Arkansas law requires people receiving housing benefits to work

LITTLE ROCK, Ark. – A bill due to be heard in committee on Wednesday would require people receiving housing benefits to work.

The bill, sponsored by Republicans Ben Gilmore and Kendon Underwood, would push for changes to Arkansas’ social safety net programs. Any able-bodied adult claiming housing benefit would have to work.

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Gilmore said it would add manpower to a job market that desperately needs them.

“Our employers need people to do jobs,” Gilmore said. “They are willing to hire them. Our goal is to encourage and incentivize people to return to work.”

Gilmore said this would not apply to people who are physically unable to work. Under the bill, a work requirement is defined as someone who works an average of 20 hours or more per week, volunteers the same hours, performs any combination of work and participation in a work program for 20 hours or more, or meets the requirements of a workfare- Program. Applicants must meet one of these standards.

“We want to help you, not dish out,” Gilmore said. “We want to create incentives for you to look for work.”

People have supported similar measures in recent years. Some said it would eliminate fraud and boost the economy.

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Opponents claim that these actions often have unintended consequences or adverse outcomes. Ife Floyd, director of TANF research and analysis for the Center for Budget and Policy Priorities, noted some of these adverse findings.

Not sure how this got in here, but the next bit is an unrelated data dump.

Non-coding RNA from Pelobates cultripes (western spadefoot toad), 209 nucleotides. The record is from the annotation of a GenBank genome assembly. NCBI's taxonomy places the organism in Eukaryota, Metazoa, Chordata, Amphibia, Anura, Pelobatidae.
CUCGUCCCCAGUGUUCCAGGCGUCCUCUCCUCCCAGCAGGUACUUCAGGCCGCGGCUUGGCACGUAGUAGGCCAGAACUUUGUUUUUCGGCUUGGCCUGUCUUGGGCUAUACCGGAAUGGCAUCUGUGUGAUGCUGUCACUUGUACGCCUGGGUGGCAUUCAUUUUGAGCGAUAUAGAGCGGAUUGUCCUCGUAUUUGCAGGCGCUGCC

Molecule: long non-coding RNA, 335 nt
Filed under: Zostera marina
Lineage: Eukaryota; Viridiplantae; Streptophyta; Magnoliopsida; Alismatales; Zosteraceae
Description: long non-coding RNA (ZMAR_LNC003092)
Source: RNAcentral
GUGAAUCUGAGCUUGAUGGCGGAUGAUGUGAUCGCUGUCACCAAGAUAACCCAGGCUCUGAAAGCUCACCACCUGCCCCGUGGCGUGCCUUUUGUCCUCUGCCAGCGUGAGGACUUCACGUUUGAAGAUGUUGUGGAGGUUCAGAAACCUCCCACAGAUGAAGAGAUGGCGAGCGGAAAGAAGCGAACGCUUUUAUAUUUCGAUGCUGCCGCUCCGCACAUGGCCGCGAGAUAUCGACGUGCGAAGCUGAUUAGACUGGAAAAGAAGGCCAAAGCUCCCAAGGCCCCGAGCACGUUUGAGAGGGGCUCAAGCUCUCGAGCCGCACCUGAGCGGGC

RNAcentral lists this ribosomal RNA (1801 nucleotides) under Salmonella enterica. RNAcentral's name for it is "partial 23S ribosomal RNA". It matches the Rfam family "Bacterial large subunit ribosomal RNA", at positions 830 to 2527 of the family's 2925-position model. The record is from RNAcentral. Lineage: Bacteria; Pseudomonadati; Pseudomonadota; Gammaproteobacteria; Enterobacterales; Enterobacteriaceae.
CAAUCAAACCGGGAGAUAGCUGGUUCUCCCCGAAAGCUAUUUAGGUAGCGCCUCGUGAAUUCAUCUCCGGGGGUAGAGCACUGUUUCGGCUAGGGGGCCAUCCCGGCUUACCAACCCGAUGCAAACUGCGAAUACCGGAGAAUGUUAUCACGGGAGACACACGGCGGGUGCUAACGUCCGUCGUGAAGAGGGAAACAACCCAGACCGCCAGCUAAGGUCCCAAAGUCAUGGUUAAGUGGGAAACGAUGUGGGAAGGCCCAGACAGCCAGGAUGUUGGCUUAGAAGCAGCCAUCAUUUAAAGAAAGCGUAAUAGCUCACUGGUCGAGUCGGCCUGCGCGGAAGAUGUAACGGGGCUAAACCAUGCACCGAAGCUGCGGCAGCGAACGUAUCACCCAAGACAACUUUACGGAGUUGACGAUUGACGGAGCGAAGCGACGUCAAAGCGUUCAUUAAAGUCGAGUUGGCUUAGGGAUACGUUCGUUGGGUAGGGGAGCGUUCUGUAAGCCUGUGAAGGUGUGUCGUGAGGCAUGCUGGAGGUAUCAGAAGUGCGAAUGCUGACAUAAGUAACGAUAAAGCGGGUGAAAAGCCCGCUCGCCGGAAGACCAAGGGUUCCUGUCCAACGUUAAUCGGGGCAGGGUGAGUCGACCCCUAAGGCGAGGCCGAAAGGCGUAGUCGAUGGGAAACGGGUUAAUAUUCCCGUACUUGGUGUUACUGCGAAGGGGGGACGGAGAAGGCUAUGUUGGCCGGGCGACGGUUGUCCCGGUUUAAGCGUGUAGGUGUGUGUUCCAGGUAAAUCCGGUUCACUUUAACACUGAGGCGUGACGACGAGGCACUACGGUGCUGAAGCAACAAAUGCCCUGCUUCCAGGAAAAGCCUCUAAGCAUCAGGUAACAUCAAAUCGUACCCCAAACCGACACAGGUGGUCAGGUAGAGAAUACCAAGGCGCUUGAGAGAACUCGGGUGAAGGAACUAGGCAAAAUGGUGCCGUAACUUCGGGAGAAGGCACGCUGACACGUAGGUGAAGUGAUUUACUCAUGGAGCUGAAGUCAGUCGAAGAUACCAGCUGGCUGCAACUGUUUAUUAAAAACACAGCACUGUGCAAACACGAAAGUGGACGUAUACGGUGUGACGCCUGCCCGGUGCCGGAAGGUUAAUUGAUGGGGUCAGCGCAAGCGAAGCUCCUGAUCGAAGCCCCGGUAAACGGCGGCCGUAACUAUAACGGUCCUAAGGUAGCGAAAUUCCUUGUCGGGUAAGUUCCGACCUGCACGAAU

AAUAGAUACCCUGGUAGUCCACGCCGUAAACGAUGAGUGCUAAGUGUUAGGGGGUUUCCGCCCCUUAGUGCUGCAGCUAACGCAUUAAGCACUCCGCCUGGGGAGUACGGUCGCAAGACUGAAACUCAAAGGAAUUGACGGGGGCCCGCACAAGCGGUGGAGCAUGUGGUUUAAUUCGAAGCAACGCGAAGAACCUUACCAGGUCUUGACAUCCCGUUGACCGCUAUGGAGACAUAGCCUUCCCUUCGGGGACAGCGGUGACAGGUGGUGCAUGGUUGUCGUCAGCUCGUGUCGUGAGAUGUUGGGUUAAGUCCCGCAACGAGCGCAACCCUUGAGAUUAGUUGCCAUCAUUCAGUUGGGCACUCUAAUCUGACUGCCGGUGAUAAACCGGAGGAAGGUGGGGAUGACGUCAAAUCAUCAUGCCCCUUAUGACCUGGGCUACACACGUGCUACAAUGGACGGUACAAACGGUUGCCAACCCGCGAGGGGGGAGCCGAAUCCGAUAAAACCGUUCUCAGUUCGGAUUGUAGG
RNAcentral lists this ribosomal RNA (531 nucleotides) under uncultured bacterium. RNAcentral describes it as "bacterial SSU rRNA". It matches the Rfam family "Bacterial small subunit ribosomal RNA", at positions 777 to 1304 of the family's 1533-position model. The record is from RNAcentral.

“Withdrawing government benefits from people who don’t meet job requirements ignores a body of scientific evidence that these policies make it harder for people to find and keep jobs,” Floyd wrote.

In the research articleFloyd noted that people living in poverty often face systemic challenges that prevent them from seeking or keeping long-term jobs.

“People living in poverty often face crisis after crisis, exhausting the mental resources needed to solve new problems and plan for the long term,” Floyd said.

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Gilmore said he understands the complexity of the issue but thinks there is an upside to work. He said he expects an easy pass once the bill has gone through its normal channels.

The bill will be presented to the committee on Wednesday.

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